Jordan Bennett is a multi-disciplinary visual artist of Mi’kmaw heritage from Stephenville Crossing Newfoundland. Jordan has shown extensively in Canada and abroad, in venues such as The Museum of Art and Design,NYC, NY; Museum of Contemporary Native Arts, Santa Fe, NM; Project Space Gallery, RMIT, Melbourne, AUS; ThePower Plant, Toronto, ON; Musee d’art contemporain de Montreal, Montreal, QC; Institut du Monde Arabe, Paris, France;The Vancouver Art Gallery, Vancouver BC and most recently was one of two artists to represent Newfoundland and Labrador in the 2015 Venice Biennial at Galleria Ca’Rezzonico, Venice, Italy as part of the official Collateral Events. Jordan was recently long listed for the 2015 Sobey Art Award, presented with the Newfoundland and Labrador Arts Councils Artist of the Year, received the Excellence in Visual Arts Newfoundlands’ Large Year Award, and named as one of the artists in the 2014 Blouin ARTINFO’s Top 30 under 30 in Canada.

His work is derived from a combination of observations and influences from historical and popular culture, new media, traditional craft, political issues, community and his own cultural practices. Through the processes of sculpture, digital media, installation, endurance performance, sound installation and various other mediums he strives to push boundaries and play with the ideas of re-appropriation, reclamation, participation and the artifact within traditional Indigenous and contemporary art forms. Jordan is currently undertaking a Masters degree at the University of British Columbia Okanagan exploring various mediums and concepts with a particular focus on exploring notions of the living artifact through Mi’kmaq and Beothuk visual culture.

Check him out at:

Dean Hunt

Dean Hunt

Dean Hunt is a Visual Artist and Music Producer from the Eagle Clan of the Heiltsuk Nation in Waglisla (Bella Bella). Dean under went a formal apprenticeship with his father Bradley Hunt and Older brother Shawn Hunt. He creates imaginative works from the strong base of his traditional arts and culture including: carving, painting, and jewelry. He uses the tools his ancestors fought to hold onto through times of hardship and oppression, not only in his more traditional art practices, but also in his contemporary use of sound. Dean studied Studio Engineering and Music Production at Columbia Academy in Vancouver, and has applied his skills as a music producer and DJ with the audio-visual collective, Skookum Sound System.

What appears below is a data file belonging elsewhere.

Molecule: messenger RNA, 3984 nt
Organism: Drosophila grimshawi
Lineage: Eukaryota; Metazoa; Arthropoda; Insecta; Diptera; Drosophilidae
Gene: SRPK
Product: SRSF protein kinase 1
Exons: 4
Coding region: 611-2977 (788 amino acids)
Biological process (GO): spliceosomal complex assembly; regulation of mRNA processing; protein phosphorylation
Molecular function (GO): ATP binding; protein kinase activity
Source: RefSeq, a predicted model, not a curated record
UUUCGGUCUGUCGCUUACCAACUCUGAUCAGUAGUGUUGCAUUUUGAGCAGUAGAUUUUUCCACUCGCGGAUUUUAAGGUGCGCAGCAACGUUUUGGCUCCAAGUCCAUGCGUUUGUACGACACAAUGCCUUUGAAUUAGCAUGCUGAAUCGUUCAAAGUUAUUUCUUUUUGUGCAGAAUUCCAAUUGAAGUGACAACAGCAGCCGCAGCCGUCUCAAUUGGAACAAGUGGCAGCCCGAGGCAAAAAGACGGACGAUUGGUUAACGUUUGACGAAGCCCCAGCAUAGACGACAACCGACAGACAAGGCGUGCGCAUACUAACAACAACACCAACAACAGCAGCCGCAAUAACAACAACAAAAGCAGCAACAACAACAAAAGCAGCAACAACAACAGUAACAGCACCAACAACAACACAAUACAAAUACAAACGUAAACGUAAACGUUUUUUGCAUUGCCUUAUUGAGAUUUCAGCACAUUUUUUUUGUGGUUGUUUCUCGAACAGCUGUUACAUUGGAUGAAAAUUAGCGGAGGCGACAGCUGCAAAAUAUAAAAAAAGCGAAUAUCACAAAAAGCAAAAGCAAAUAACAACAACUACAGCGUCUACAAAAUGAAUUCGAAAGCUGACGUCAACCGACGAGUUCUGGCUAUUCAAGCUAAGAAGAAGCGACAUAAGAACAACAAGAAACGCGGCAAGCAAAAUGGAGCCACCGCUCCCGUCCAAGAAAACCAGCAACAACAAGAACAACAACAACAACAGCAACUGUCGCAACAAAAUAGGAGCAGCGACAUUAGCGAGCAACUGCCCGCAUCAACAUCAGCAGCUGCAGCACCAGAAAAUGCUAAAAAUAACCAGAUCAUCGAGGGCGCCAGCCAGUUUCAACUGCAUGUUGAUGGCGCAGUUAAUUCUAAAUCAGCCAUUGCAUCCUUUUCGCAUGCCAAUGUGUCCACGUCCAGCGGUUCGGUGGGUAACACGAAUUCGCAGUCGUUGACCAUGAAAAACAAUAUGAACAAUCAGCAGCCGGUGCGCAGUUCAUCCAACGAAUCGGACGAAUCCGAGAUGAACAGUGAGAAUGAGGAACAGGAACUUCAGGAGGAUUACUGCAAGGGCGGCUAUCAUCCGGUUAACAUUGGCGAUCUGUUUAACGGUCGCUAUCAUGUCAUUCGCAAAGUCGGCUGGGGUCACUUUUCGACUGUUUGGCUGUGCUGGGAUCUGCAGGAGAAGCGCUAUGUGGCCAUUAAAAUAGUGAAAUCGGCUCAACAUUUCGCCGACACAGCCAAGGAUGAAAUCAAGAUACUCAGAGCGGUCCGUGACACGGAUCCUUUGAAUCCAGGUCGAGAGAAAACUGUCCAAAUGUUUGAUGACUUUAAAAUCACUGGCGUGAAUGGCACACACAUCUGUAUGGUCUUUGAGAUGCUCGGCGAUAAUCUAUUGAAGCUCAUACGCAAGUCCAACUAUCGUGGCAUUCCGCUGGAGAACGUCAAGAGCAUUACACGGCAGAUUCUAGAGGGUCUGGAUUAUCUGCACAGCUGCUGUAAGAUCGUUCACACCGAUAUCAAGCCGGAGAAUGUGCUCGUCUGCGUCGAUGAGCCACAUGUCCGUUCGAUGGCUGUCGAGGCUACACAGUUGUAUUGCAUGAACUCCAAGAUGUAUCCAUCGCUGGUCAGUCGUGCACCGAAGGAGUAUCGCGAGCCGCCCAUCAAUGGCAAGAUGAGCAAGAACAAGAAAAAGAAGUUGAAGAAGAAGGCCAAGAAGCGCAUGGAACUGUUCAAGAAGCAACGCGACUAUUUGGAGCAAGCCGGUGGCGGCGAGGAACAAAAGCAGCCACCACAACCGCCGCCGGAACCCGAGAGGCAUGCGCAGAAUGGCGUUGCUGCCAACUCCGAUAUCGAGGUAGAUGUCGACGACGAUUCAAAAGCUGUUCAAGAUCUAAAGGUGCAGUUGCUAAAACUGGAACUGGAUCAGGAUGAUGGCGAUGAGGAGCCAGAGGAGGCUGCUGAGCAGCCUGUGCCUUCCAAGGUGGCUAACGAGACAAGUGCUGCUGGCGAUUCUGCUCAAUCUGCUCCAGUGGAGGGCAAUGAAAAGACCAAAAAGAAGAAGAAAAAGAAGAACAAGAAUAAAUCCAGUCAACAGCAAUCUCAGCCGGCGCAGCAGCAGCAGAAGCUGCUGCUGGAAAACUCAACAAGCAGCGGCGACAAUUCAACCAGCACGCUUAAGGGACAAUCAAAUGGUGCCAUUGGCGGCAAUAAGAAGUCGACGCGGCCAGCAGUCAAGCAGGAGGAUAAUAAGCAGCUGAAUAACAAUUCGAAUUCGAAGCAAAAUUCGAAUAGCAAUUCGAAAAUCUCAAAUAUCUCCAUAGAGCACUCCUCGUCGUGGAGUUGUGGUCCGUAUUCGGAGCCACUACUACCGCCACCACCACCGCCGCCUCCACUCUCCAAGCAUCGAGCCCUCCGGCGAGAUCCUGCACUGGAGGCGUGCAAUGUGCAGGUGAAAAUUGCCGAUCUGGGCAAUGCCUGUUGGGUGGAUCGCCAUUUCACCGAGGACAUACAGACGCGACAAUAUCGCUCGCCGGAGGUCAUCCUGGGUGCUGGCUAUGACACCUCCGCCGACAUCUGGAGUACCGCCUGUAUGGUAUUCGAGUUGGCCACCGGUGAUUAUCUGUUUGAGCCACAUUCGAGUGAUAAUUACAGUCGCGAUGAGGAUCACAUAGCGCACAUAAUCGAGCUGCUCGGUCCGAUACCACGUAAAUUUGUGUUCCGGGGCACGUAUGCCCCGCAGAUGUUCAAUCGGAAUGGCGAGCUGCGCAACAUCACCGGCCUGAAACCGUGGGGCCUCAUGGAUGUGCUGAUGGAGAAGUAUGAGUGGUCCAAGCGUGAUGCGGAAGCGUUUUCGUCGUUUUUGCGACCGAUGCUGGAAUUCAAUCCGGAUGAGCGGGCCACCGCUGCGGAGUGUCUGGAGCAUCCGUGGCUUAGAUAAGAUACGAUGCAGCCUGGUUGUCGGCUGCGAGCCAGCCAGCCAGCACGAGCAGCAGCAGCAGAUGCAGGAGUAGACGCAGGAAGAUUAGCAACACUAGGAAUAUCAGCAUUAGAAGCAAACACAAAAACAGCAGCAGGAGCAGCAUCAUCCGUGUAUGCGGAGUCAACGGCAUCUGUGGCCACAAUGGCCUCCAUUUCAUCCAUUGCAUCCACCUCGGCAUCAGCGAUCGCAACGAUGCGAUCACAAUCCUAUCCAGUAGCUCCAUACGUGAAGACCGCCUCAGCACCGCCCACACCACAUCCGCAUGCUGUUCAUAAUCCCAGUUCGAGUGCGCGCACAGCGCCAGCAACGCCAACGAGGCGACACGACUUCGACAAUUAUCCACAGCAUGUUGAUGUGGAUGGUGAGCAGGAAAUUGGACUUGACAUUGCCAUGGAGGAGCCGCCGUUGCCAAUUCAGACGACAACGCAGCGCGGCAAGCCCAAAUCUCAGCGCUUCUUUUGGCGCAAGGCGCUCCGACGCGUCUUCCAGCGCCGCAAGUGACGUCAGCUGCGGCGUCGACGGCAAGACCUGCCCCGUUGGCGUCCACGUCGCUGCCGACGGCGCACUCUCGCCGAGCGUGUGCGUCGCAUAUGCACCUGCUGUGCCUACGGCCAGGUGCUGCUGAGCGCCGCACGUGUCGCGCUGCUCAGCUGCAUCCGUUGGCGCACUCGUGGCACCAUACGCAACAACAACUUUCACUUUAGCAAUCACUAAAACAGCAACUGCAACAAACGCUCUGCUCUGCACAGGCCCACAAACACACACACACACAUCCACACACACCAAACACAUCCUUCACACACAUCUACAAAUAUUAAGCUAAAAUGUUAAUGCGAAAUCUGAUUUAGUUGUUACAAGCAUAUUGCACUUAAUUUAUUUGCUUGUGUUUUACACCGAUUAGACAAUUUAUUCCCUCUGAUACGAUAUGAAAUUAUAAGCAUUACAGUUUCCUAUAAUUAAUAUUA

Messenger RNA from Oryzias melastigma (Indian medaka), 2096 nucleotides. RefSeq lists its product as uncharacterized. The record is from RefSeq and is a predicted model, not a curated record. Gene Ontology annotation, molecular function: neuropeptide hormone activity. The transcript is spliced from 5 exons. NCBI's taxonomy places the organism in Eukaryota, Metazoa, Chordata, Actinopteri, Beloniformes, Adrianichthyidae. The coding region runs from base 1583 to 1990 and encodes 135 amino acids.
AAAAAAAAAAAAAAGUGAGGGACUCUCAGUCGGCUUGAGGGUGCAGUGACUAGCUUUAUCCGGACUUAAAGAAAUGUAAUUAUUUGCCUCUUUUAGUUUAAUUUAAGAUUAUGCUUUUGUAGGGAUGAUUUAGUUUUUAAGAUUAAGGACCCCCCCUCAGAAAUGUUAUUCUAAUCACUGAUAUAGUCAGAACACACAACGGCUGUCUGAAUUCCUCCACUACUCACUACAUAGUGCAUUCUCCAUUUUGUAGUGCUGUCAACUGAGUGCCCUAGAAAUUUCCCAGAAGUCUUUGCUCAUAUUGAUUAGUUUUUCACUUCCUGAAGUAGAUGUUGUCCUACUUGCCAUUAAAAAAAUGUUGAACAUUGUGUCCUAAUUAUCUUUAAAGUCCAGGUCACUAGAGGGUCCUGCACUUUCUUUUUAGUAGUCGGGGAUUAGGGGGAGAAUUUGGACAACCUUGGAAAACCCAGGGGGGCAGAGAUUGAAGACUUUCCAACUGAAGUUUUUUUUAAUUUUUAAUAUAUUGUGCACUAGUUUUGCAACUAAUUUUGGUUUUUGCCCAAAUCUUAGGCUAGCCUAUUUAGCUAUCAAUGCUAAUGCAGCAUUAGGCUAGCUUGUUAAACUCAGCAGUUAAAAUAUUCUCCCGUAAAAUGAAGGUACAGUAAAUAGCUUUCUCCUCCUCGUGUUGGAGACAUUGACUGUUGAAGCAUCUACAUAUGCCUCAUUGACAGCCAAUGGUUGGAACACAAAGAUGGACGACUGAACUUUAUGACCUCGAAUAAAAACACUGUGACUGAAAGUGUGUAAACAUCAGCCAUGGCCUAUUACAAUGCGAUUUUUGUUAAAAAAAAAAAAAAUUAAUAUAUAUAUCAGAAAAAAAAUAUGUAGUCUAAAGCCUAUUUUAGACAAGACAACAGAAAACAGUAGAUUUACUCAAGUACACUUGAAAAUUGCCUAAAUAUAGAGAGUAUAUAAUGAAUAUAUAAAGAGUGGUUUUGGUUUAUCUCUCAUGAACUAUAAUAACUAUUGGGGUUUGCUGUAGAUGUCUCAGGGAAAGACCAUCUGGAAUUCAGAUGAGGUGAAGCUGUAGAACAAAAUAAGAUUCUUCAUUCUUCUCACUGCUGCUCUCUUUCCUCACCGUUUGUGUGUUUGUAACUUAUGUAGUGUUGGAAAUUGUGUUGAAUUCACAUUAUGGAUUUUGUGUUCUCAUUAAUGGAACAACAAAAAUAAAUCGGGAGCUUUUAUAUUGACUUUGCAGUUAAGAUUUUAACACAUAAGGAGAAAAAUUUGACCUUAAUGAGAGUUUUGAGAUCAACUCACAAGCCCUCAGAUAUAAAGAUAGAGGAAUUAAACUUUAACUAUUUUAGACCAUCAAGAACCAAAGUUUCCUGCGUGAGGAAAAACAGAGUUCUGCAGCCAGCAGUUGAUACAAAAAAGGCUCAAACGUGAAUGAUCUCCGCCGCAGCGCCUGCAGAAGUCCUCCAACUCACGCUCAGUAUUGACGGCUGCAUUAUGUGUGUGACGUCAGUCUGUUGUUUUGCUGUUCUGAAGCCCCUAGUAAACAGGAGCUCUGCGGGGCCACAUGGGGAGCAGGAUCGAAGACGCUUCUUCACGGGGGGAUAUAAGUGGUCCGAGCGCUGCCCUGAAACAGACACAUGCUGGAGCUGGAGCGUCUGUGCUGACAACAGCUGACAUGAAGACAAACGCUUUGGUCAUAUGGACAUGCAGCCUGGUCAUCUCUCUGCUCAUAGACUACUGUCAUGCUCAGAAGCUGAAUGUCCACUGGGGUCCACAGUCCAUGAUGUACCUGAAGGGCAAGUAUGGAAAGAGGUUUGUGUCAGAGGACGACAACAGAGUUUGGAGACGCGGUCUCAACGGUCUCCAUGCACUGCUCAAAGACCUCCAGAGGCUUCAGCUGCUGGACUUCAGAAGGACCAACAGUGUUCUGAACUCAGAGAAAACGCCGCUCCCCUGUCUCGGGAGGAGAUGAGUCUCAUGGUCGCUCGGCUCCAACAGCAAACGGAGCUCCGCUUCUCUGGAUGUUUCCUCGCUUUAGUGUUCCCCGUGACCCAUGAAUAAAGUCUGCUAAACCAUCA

Notable Art Exhibitions include, The Vancouver Art Gallery “Shore,Forest, and Beyond: Art from the Michael Audain Collection,” Bill Reid Gallery of Northwest Coast Art “Continuum: Vision and Creativity on the Northwest Coast,” Satellite Gallery “Cindy Sherman meets Dzunuk’wa: Art from the Michael & Inna O’brian Collection,” Exhibits regularly at “Spirit Wrestler”, “Inuit Gallery”, and the “Lattimer Gallery” Vancouver B.C.

Check him out at:

Nahaan Tame iti and Dion Kaszas Indigenous Ink 2015Nahaan will be a guest tattoo mentor for the week of July 11-15, 2016.

Each artist will be tattooing during this event and will be in need of willing participants to be tattooed, if you are interested in being tattooed by one of them please contact me at if you are willing to assist in their development and training and your design idea fits their skill and comfort level and you are available during the residency we will return your message. Please put in the email heading Tattoo School Tattoo.

If you like more information on the Earth Line Tattooing Action referred to above please check it out here:

UBC Equity Fund Sponsor